FOR IMMEDIATE RELEASE
Durham, Ontario (September 1, 2011) - There’s one week of summer left, which means you have one last chance to create the warm summertime memories that will carry you through the chilly fall and winter months.
The best place to spend the final days of summer is by the water. From pioneer settlements to secret agent camps, there’s something on the watefront for everyone. That’s why Lake Ontario Waterkeeper recommends these “Top Three Durham Beaches You MUST Visit Before Summer Ends”.
Here’s where you have to be before it’s too late:
Lakeview Park is one of the greatest public spaces in south Durham. There’s a long stretch of sandy beach, sports fields, picnic facilities, a pier for strolling, and the nearby Second Marsh for nature-lovers.
Make sure you look to the east when you’re here at Lakeview Park. That greenspace just beyond the industrial portlands could be the future home of FarmTech’s ethanol plant. The land, is known as Gifford Hill. It is a historic site that served as a trading post in the 1700s. The land, the rivers, and the harbour that you can see from Lakeview Park are a big part of the reason why the City of Oshawa exists today.
Like Lakeview Park, Whitby Beach is close to a big sports complex and is a short drive or bike-ride from the Lynde Shores Conservation Area. After you take a dip at Whitby Beach, you can visit the nearby Camp X / Intrepid Park. This site commemorates the covert Canadian/British School for Secret Agents that occupied this site between 1941-1946. It’s the spiritual home of James Bond.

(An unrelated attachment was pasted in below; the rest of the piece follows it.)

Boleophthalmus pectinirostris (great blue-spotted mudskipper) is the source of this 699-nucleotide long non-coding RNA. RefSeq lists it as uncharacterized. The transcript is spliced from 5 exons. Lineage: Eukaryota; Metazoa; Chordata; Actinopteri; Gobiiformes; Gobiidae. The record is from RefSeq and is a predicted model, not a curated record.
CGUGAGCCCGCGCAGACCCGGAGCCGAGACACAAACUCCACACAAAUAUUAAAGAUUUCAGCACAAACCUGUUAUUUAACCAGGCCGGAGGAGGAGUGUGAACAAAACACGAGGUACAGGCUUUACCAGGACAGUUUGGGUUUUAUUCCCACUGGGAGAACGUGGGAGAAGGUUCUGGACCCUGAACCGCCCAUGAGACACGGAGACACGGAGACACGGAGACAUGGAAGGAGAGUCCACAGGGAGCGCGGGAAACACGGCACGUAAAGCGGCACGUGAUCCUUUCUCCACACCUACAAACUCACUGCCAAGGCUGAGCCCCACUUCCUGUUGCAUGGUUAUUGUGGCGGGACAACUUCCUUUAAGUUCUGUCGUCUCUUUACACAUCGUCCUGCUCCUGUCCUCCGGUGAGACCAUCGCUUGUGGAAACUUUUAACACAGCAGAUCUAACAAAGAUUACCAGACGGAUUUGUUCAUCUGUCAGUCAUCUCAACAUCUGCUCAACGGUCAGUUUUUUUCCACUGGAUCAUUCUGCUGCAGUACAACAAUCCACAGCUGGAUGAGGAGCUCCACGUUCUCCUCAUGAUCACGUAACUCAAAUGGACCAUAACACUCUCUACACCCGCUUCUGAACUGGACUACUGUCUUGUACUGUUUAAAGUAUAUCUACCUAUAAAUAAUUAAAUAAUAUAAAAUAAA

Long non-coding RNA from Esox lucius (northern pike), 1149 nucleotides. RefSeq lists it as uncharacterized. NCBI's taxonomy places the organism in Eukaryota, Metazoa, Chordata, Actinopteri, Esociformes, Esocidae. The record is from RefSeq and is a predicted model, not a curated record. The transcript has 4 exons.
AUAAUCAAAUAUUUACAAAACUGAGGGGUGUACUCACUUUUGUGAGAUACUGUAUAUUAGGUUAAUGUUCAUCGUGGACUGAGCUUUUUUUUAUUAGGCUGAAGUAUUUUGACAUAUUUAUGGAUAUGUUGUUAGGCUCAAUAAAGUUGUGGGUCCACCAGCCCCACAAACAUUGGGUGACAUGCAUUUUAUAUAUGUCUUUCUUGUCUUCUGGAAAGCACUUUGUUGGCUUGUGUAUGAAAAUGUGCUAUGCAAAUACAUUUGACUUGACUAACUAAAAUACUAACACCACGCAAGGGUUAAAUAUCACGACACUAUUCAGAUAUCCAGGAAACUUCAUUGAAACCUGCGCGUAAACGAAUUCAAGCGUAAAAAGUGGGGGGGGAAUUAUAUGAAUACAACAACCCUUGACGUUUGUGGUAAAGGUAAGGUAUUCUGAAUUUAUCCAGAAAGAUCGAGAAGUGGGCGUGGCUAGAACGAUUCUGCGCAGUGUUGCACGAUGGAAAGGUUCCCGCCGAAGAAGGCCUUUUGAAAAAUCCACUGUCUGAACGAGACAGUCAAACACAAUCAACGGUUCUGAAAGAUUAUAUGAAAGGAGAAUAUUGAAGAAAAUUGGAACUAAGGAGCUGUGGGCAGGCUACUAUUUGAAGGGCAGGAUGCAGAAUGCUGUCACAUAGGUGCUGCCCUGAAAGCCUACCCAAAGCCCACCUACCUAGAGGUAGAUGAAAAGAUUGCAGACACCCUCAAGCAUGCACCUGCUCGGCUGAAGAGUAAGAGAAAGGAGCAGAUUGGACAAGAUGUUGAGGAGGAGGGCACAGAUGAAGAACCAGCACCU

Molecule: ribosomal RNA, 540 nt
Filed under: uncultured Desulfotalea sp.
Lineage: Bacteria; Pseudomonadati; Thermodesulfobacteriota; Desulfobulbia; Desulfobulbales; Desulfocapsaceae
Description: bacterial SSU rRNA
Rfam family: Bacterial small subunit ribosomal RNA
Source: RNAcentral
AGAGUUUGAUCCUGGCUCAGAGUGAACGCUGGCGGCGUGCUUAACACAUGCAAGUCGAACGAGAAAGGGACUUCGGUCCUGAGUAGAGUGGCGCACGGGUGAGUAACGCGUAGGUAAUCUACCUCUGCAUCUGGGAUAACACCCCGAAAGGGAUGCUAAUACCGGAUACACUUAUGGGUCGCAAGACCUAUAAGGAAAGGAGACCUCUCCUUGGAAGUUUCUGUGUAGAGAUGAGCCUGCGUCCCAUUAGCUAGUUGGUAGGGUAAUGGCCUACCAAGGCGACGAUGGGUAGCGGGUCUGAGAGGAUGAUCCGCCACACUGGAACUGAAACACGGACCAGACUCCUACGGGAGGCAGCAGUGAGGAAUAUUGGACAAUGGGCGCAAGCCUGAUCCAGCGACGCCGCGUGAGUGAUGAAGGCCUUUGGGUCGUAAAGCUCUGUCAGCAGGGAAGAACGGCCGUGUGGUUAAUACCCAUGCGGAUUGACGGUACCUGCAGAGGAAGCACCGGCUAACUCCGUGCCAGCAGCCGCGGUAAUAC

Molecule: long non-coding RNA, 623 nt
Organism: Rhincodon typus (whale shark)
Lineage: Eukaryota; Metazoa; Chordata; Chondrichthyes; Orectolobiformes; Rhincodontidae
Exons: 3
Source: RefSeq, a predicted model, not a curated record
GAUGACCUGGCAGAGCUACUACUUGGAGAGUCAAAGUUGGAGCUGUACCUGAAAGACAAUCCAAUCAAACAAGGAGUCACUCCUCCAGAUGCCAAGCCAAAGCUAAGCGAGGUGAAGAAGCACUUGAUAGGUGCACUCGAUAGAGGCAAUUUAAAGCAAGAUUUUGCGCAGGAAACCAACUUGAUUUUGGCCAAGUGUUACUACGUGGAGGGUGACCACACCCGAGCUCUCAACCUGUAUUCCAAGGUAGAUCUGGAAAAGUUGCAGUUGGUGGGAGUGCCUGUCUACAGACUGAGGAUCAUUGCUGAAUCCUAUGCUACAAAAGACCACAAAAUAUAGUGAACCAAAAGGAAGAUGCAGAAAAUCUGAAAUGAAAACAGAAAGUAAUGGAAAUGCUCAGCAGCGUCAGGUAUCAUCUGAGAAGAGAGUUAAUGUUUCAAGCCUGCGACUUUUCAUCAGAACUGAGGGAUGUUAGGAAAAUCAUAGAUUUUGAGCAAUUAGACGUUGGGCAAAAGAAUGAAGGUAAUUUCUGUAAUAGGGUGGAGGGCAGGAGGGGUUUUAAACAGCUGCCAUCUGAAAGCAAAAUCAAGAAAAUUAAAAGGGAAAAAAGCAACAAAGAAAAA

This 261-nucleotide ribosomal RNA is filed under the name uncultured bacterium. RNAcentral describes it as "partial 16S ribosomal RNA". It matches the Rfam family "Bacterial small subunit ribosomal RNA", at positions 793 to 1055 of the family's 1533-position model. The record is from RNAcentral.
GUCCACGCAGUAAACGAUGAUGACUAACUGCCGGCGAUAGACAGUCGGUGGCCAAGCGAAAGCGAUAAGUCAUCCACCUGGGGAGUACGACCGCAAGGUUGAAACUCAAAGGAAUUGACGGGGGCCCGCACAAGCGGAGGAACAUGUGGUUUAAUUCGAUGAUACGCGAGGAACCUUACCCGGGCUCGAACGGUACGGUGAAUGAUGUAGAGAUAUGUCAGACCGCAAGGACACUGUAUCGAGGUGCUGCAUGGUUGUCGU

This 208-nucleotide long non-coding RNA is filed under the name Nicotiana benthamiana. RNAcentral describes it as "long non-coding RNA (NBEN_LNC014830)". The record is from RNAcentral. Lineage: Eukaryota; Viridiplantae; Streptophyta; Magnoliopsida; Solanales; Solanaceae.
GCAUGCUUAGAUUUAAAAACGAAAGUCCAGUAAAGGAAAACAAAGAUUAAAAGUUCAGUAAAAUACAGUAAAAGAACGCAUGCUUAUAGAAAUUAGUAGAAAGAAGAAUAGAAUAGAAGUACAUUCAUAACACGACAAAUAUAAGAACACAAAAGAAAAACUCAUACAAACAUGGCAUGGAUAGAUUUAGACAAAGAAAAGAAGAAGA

Frenchman’s Bay West was the only beach in Durham where it was safe to swim every day this summer. The water quality is generally good and the wind is usually great. If you have not tried windsurfing or kite boarding or another lake adventure this summer, Frenchman’s Bay West is the place to do it.
This strip of sandy land that separates Frenchman’s Bay from the lake is a “barrier beach”. There aren’t many places to see these barrier beaches on Lake Ontario.
Waterkeeper picked these beaches because they offer a great combination of history, geography, and water quality. Before swimming, you should always check the water quality to make sure the beach is “open”.
Beaches in Durham are sampled weekly. You can check the current status in Swim Guide (www.theswimguide.org) or download our free iPhone/Android app. We use the sampling information from the health unit. You can also see the historical information for each beach.
The most important question you’ll need to answer before you hit the beach: “Is it safe to swim?” Swim Guide has helped tens of thousands of people make beach memories this year alone by answering that very question. Download the app from www.theswimguide.org now to make your memories this weekend at Durham’s best beaches!
Allie Kosela, Outreach Coordinator, Lake Ontario Waterkeeper
More information: www.theswimguide.org
Press resources available at www.theswimguide.org/about.php